February 22 – March 1, 2014
Spending time on the Silver Bank, it is difficult not to anthropomorphize whales; we all have a tendency to assume our own very human thoughts, emotions, and motivations apply to animal behaviors. We can learn much by entering their watery world ourselves, but whales still live secret lives below the sea: we know so little about how these fellow mammals perceive the world, and perhaps we can never know. Do they feel love? Loss? Anticipation? Joy? Yearning? Certainly whales are intelligent and often highly cooperative creatures, and we are frequently witness to complicated social interactions here on the Silver Bank. The intertwining dance of courtship is one such example, and the impressive maneuvering of a rowdy group is another. By far the most relatable interaction, though, is that between a mother humpback and her calf: their bond is a long and strong one, and there is little doubt they exhibit tenderness and affection towards one another. Calves are born fairly precocious, but still require protection, nutrition, and much guidance from mom, and will seek reassurance through proximity to their mother (as we’ve seen, even older calves who have been deeply traumatized will continue to seek this reassurance, which mom appears to give willingly). Indeed, a young baby will spend much of it’s time tucked closely beneath mom’s pectoral fins, safely ensconced until it’s time to rise for air (calves are born without expert ability to control buoyancy, and must stay under mom in order to stay close to her).
© Leslie Rapp
Older calves will begin to range more widely, to develop strength and breath-holding capability, and to demonstrate more aptitude with behaviors. All of this still happens under the close supervision of mom, though, who appears often a teacher and sometimes a weary follower. Throughout the season, calves who are frightened or exhausted will return to the embrace of their attentive mother.
© Heather Reser
Such a close bond takes a toll on a mother humpback, physically and (undoubtedly) mentally. From a nutritional standpoint, a calf requires 50-60 gallons of ultra-rich milk per day, and puts on weight at an astounding rate: up to 100 pounds per day. Without the benefit of feeding, a mother rapidly expends her fat reserves, losing up to a 1/3 of her body weight before her return to the North. Feeding a growing calf is only a fraction of her responsibility, though: she must also nourish a burgeoning young brain through play, experience, and demonstration. As any parent must surely relate to, such a task can be exhausting, and it is natural to assume mom might relish a break. While it might be flattering to think we enter their world in graceful harmony, barely noticed, it seems likely we are utilized as novelty for a curious baby. As good babysitters (or perhaps as colorful bath toys in an enormous basin), we divert baby’s attention long enough for mom to rest. And rest they do in our presence, often for hours at a time: one such interaction this week with a playful calf and resting mother lasts for over 4 hours. Another interaction this week results in mother and baby circling the guests over and over, before mom finally settles alongside her escort. Circling to show a distracted baby we might be good fun? Perhaps. Whales are often attracted to the boat and to swimmers, leaving one to guess at their impressions.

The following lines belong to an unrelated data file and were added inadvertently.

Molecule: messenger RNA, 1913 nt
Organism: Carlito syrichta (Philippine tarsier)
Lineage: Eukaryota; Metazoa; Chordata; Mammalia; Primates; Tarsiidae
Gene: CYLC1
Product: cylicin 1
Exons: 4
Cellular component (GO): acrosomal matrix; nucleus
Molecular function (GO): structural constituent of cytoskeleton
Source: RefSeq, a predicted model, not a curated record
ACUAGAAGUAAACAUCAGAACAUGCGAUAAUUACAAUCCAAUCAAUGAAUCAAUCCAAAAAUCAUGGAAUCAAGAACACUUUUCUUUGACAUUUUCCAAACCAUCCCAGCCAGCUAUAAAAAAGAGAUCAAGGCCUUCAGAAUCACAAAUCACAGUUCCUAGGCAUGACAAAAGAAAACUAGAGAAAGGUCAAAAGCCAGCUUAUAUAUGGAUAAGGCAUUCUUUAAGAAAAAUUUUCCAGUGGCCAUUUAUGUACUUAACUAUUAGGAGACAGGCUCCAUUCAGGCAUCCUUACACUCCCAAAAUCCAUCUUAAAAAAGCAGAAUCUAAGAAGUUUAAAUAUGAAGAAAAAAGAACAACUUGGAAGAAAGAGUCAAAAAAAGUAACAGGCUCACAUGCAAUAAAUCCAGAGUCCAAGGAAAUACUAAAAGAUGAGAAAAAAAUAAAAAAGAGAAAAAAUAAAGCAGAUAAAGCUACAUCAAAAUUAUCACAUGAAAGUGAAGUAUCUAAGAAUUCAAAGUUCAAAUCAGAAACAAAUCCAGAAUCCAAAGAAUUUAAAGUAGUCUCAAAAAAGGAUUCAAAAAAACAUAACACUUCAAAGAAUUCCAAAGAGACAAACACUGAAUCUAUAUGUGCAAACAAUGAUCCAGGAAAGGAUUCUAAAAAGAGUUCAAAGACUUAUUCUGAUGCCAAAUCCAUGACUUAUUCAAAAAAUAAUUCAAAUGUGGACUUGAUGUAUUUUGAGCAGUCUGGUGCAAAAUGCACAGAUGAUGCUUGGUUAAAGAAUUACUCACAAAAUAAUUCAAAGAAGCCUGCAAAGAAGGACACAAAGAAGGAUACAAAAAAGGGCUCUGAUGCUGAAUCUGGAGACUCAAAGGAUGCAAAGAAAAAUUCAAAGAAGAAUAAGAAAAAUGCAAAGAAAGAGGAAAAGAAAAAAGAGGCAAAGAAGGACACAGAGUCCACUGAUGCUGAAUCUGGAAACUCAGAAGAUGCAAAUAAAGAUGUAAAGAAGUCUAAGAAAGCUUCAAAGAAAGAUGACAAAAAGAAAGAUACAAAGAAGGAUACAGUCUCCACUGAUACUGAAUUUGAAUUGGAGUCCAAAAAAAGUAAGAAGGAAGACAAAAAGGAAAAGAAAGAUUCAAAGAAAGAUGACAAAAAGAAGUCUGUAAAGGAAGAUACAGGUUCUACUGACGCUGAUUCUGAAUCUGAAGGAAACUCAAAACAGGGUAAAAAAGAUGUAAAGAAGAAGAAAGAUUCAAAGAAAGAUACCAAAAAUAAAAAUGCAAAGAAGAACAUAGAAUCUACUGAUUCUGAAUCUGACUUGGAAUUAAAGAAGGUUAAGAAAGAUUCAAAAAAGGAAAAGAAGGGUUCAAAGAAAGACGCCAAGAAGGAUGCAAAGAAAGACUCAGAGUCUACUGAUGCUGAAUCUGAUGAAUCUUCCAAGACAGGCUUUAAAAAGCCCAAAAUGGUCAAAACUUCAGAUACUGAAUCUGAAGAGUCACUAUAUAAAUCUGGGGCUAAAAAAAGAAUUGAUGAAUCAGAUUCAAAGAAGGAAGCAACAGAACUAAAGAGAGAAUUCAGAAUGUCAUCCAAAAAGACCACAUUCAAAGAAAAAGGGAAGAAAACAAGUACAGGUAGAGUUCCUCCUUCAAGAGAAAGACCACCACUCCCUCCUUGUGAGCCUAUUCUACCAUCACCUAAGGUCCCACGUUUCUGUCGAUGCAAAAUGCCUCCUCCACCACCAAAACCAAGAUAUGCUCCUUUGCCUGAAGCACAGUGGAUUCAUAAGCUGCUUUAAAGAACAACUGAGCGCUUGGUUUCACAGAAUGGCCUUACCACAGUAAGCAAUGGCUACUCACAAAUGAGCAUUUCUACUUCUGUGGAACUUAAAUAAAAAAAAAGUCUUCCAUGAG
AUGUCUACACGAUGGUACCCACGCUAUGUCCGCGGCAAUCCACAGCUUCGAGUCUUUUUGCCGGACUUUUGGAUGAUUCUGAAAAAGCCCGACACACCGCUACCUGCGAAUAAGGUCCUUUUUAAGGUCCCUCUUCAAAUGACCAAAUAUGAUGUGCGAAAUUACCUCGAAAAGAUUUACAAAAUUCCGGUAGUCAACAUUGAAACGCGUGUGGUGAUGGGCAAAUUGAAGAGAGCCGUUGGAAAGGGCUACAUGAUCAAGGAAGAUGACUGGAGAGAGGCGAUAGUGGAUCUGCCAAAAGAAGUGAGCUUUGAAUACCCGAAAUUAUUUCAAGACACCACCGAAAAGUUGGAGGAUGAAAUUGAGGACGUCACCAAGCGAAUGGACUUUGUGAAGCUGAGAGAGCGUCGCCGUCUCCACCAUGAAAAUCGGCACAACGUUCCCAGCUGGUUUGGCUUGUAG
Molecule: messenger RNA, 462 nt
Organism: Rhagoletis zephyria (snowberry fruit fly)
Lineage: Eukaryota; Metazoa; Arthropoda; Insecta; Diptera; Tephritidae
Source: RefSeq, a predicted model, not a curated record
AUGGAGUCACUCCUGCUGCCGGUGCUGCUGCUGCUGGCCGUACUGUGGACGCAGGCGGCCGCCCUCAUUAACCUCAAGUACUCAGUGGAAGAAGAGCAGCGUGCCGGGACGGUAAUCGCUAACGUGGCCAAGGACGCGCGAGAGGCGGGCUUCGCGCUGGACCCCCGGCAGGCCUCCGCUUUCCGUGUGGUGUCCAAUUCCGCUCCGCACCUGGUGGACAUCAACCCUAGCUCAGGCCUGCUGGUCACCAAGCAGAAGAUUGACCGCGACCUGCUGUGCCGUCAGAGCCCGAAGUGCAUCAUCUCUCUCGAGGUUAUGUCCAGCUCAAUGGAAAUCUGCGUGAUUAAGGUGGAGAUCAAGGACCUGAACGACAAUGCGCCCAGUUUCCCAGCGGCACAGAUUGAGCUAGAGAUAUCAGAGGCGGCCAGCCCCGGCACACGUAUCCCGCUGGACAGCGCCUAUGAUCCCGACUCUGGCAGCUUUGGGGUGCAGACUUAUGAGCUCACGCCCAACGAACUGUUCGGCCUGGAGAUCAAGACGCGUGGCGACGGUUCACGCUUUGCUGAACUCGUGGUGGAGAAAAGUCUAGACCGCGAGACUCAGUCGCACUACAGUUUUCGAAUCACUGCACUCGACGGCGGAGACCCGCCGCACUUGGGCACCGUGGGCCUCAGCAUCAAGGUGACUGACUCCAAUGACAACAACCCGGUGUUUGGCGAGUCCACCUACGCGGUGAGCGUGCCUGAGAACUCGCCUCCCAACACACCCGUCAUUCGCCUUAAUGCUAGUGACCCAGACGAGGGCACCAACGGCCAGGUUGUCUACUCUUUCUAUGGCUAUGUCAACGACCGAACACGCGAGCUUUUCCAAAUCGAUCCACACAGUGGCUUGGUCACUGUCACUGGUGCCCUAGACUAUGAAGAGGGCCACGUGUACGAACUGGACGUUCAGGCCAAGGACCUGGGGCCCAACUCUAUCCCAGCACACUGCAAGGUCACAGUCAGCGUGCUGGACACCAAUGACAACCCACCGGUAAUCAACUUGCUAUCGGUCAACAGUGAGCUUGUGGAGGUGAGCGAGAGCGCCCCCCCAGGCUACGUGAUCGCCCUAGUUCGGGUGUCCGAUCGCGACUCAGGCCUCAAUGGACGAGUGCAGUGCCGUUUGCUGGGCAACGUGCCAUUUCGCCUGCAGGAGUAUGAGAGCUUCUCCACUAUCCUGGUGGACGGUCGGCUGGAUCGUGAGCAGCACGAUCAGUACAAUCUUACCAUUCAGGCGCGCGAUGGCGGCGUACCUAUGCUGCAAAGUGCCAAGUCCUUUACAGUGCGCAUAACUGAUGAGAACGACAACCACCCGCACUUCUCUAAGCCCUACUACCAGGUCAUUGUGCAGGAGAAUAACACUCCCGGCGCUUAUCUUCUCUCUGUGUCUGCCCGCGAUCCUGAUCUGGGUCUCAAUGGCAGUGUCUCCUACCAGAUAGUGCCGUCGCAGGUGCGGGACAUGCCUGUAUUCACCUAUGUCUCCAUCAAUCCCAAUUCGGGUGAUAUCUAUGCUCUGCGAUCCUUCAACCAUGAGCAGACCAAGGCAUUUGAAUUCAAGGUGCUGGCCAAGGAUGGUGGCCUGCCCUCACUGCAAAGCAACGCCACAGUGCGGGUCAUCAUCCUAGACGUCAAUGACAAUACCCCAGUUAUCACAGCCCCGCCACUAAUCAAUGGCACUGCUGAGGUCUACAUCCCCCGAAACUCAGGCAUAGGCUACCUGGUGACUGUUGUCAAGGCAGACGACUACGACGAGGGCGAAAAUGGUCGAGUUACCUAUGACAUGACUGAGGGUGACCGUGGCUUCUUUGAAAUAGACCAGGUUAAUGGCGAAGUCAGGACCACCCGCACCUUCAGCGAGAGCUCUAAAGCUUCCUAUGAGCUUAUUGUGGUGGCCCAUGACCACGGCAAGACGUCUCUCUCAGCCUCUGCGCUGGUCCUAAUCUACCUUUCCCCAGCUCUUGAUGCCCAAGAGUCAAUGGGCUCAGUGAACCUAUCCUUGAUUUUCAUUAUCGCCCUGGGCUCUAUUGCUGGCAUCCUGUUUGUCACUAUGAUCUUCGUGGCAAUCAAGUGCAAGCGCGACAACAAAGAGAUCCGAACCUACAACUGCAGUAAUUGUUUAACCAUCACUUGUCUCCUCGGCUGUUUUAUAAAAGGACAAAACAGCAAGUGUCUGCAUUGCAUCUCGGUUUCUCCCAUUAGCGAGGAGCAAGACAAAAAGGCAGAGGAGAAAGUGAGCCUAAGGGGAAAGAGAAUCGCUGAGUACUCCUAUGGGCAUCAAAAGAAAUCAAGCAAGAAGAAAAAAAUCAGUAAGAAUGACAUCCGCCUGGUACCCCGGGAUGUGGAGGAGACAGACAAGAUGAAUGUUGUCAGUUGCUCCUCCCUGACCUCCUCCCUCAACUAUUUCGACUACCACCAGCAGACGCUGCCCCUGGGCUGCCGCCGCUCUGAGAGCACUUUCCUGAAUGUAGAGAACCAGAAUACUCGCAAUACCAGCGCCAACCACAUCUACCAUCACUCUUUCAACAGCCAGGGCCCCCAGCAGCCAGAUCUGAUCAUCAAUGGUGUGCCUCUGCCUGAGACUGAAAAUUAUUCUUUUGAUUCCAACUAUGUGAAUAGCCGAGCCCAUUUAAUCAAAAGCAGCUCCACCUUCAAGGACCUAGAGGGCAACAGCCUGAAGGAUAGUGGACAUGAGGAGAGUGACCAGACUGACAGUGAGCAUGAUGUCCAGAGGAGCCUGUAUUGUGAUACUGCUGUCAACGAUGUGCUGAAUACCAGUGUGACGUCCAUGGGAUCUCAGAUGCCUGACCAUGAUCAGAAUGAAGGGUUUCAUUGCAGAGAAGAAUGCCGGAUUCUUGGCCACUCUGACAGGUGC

Calf learning how to open mouth. © Patrick O’Flaherty
Mother and calf interactions, while certainly a highlight, aren’t the only action this week. Dancers are plentiful, including a particularly impressive hourlong encounter with one pair. In an unusual twist, a single female also displays what appears to be dancing behavior, perhaps as a form of solicitation, perhaps simply for the pleasure of performing pirouettes. Another pair of whales circles the tender closely for nearly 40 minutes, enabling in-water guests to capture some outstanding close-up photographs. Surface activity is also prevalent this week; rowdy groups are forming frequently now, as males compete for a dwindling population of estrous females. It’s a week of spectacular variety suited to a similarly varied international group of guests and crew: 12 countries are represented aboard the Explorer this week and 11 languages are spoken, from Icelandic to Hungarian, Hebrew to Swahili. Although different in provenance and often in thought, all have come with common desire to experience the magic of the Silver Bank. It’s a moving and emotional week, both above and below water, as a mutual love for life and the sea meets extraordinary encounters.
A very international tender!
Until next week….
Written by: Lisa LaPointe, Aquatic Adventures
Designed by: Heather Reser, Aquatic Adventures